Mr. Dawkins is free to pooh-pooh all this but it hardly seems fair of him to state without any distinction that my belief in God is based on nothing more than tradition, authority, or revelation. I mentioned none of these things in my brief litany of what I consider evidence. I could list more. It is a true fact that Scripture, tradition and authority help me to frame my thoughts. But he is no different. He too is heir to a tradition and authority (be it the scientific method, famous scientists, philosophers et al). And though he may not have sacred writings, he does have writings, books, articles etc. that have influenced and framed his beliefs.
Mr D seems unaware of history as well when he suggests that his interlocutors base their faith on “nothing more” than tradition, authority and revelation. Christianity, especially Catholicism, has a smart and long intellectual tradition. In fact much of the modern intellectual framework has emerged from a deep Catholic reverence for philosophy and learning. Consider the great scholastic period and the emergence of the modern university system that took place largely under Catholic patronage. An excellent parochial school system has also prepared countless students for higher learning. Things like the scientific method and the beginnings of unlocking the genetic code began in such settings. Modern medicine too, owes a lot to the Catholic practice of founding hospitals and fostering care for the sick. To suggest that somehow belief in God is anti-intellectual ignores a substantial amount of evidence to the contrary at least insofar as Catholicism goes.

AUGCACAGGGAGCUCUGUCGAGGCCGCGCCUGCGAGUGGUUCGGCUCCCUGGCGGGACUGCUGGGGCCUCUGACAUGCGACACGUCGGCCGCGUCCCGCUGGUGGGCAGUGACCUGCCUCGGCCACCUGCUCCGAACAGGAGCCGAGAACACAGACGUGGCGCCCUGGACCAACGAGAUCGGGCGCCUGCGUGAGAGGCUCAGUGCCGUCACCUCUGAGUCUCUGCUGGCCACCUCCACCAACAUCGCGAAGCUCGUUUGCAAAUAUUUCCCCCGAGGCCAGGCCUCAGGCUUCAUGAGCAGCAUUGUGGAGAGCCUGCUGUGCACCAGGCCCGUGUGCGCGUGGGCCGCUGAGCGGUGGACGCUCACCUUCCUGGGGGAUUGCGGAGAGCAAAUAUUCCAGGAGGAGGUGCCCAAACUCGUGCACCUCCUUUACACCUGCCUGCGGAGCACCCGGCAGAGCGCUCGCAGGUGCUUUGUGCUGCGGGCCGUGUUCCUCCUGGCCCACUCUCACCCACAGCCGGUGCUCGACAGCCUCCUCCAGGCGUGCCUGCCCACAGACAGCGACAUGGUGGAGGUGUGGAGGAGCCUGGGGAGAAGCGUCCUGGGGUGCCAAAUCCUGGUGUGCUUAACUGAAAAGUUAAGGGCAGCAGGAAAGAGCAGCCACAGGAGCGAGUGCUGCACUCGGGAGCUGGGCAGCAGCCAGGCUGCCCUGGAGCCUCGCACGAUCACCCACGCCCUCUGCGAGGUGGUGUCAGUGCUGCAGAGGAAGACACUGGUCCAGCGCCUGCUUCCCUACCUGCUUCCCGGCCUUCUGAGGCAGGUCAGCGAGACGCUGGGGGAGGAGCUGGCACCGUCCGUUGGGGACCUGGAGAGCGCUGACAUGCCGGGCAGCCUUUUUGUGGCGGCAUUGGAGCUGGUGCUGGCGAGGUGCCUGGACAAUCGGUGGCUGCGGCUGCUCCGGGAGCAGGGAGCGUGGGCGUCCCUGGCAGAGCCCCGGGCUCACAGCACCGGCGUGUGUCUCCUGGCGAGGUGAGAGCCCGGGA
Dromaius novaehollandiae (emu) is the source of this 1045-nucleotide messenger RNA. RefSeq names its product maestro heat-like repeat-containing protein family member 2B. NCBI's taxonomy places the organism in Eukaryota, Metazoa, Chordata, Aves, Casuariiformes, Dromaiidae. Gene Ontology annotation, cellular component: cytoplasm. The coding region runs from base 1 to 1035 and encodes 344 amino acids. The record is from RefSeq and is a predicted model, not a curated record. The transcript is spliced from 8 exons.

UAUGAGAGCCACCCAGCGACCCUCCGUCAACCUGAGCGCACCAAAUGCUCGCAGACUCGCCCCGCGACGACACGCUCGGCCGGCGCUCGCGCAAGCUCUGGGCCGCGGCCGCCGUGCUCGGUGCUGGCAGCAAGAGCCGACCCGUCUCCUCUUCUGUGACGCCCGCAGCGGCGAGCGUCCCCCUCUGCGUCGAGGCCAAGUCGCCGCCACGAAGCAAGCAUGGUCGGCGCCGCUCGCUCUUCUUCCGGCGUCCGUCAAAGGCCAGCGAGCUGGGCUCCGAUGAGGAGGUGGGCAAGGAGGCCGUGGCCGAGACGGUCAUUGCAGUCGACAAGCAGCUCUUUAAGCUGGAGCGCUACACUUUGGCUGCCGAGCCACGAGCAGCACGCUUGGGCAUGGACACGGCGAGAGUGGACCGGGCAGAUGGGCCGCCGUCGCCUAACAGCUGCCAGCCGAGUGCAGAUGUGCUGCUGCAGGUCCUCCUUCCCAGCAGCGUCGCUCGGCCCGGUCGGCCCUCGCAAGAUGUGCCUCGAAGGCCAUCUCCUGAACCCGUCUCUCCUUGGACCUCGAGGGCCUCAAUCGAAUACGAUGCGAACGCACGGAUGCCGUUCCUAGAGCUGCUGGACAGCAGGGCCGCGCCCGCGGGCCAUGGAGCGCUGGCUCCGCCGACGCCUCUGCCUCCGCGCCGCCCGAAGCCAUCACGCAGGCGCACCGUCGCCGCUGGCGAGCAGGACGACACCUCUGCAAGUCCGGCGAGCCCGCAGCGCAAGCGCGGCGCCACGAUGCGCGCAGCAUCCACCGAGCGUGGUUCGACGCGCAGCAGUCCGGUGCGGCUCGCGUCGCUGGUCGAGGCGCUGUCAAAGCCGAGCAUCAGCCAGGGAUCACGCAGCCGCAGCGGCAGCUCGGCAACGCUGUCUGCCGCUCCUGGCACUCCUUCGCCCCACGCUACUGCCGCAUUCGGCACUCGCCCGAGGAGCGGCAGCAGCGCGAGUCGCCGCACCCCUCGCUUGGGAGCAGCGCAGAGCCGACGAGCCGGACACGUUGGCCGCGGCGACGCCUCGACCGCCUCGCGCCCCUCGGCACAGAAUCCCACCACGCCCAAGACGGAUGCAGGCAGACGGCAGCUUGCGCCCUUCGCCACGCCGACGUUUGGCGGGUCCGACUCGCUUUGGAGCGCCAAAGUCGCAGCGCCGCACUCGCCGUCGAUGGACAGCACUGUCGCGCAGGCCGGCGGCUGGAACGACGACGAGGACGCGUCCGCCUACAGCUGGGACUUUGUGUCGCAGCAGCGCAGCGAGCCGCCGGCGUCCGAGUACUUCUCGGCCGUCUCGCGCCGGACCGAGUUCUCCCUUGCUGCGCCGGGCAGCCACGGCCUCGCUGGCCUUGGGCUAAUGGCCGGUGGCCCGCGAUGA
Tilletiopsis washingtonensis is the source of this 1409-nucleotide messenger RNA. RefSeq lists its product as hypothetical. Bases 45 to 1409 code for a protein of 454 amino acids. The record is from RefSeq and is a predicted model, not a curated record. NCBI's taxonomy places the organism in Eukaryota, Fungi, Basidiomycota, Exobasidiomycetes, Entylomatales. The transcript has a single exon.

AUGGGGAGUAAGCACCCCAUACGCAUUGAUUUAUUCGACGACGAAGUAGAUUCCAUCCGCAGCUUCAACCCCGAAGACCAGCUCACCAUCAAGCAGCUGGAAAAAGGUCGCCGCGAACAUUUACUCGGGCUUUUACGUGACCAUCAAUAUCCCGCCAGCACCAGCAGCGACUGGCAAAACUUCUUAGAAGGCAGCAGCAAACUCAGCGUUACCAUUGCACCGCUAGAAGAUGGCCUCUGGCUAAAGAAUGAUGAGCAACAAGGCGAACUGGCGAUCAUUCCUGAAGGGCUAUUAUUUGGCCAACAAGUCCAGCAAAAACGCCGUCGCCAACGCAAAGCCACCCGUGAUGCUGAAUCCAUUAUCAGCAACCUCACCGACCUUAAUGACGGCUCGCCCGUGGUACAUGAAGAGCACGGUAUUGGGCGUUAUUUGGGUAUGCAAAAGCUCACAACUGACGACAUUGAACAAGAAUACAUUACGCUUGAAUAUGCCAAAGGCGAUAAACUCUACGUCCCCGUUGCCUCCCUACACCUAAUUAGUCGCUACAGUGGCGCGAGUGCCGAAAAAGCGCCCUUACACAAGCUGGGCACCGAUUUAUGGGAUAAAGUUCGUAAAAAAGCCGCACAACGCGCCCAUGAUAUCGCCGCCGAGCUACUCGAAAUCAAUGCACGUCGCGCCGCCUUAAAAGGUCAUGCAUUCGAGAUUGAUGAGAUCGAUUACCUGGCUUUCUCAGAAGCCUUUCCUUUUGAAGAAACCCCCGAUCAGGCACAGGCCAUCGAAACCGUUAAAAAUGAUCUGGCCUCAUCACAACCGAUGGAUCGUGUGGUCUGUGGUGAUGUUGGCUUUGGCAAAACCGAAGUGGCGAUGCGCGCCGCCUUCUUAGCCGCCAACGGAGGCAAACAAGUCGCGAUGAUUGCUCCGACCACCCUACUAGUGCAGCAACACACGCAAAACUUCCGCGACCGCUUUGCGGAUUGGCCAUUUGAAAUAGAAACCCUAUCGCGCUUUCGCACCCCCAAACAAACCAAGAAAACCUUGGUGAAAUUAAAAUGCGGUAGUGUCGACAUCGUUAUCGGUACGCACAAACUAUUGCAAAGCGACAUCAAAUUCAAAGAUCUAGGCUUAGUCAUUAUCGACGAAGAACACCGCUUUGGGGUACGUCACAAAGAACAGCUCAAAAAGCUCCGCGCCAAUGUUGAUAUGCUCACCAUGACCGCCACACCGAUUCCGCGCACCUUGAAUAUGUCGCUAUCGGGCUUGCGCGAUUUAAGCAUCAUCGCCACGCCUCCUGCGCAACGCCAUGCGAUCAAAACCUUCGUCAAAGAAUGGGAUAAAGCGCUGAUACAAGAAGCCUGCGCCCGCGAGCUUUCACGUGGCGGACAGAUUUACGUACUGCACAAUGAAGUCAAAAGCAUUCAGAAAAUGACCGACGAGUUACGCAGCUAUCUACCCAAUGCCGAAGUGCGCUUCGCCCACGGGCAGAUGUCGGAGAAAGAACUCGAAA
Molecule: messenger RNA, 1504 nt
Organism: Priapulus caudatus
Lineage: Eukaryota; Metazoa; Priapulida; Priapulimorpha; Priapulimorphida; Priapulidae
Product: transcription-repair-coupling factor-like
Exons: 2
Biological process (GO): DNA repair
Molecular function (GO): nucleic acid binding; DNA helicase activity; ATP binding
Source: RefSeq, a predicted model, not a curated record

Summary – The humanist ad campaign that trumpets it’s respect for evidential thought, in fact, demonstrates a lot a unfounded belief instead. There is in this campaign no real fact checking on their part, no authentic presentation of true Christian or Jewish doctrine, no real respect for the humans they strive to ridicule. Differ with me if you must but do not caricature my faith by presenting snips of it that are out of context, out-dated or just plain wrong. There is no “evidence” to me that these “humanists” talked to any real believing humans of the Christian or Jewish Faith, in the preparation of their campaign. Not very humanist of them.
A final puzzlement on my part. These humanist did produce two ad against the Muslims. They are on their website and quote the Q’ran and then rebutts. Here are the Ads:
Let me ask you a question. Do you think these ads will ever appear on a bus or subway like the anti Christian and Jewish ones did? I am actually surprised to see them even on the humanist website. Let’s see if these humanists will post them more publicly. Let me know if any of you see them on a bus or a subway.
In this video Fr. Robert Barron does a wonderful job of explaining and debunking the error of “Scientism” which insists that the only legitimate way of knowing things is through material science. Such an error underlies much of the Atheist/humanist thinking.